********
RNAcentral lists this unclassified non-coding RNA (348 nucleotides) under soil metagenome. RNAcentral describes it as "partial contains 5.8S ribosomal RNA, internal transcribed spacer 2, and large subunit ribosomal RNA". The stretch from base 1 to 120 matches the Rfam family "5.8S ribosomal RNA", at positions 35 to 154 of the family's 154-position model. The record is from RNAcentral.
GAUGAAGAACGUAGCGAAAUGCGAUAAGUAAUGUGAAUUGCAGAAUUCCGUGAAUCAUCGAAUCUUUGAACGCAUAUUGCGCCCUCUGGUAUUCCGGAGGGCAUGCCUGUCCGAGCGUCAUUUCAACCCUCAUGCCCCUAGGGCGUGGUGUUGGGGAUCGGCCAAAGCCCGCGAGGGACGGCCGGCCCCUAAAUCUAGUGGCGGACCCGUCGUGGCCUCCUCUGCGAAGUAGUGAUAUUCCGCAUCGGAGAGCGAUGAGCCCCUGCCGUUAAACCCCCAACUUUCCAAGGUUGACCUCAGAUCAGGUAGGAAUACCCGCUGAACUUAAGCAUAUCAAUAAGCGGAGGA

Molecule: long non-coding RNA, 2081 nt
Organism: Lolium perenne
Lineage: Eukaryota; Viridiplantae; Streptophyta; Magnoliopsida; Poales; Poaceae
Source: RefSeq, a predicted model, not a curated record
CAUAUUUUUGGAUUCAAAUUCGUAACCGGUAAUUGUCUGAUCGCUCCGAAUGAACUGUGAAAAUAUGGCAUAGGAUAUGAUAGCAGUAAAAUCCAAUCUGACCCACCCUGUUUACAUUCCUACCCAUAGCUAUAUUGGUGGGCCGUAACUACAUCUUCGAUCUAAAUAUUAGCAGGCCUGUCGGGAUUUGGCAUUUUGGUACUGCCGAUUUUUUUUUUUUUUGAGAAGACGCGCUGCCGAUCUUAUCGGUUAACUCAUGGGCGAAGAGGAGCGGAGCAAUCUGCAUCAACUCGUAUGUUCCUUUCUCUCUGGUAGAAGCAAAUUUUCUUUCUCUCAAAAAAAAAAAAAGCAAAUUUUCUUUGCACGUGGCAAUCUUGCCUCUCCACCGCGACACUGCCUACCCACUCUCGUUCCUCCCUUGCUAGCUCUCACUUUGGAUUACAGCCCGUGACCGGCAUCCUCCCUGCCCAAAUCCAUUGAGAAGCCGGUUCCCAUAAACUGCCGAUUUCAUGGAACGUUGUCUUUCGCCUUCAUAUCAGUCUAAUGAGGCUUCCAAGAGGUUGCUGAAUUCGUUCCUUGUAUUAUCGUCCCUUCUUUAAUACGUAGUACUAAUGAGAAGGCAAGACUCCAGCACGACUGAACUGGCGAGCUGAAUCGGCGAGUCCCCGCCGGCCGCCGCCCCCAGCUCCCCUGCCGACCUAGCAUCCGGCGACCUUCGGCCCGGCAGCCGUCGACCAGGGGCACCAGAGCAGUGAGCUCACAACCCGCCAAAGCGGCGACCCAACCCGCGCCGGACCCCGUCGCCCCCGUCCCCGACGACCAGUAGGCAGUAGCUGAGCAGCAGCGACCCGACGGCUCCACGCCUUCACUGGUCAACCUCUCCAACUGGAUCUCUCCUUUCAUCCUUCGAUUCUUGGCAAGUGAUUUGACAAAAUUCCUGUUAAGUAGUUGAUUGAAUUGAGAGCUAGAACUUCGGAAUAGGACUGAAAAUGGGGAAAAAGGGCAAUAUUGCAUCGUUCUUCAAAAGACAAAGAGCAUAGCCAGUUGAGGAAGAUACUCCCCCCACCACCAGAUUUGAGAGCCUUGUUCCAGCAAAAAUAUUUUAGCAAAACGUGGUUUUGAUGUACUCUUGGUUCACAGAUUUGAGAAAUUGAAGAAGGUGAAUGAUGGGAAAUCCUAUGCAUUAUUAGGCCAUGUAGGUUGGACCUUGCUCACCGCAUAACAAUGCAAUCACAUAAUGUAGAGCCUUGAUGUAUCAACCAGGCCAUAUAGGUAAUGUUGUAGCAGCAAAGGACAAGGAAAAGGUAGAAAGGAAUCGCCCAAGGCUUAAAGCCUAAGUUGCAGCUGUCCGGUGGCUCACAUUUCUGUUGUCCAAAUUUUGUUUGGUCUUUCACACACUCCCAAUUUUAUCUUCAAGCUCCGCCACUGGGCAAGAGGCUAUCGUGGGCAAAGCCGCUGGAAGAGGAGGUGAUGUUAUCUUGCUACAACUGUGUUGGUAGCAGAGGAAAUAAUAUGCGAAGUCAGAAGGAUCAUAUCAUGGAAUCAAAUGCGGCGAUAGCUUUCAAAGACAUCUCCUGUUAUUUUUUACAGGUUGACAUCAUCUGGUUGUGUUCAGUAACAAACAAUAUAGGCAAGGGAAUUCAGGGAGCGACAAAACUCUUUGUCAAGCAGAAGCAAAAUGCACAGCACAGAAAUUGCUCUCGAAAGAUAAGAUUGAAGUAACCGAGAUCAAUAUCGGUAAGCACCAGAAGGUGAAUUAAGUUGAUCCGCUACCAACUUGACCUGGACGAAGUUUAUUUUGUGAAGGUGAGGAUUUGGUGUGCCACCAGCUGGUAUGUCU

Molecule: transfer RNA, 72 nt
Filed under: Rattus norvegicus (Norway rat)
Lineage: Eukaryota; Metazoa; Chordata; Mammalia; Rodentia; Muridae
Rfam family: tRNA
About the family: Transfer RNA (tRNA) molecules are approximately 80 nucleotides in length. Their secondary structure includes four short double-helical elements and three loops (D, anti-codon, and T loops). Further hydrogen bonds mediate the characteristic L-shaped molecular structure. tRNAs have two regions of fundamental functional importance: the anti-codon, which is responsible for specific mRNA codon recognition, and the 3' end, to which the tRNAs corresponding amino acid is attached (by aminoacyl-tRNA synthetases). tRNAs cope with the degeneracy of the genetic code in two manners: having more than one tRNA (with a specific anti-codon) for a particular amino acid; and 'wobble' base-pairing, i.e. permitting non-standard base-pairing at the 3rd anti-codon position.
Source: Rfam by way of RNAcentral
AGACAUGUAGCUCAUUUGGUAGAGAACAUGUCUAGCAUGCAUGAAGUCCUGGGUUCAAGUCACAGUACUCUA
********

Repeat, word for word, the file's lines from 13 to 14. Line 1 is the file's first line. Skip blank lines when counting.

Source: Rfam by way of RNAcentral
AGACAUGUAGCUCAUUUGGUAGAGAACAUGUCUAGCAUGCAUGAAGUCCUGGGUUCAAGUCACAGUACUCUA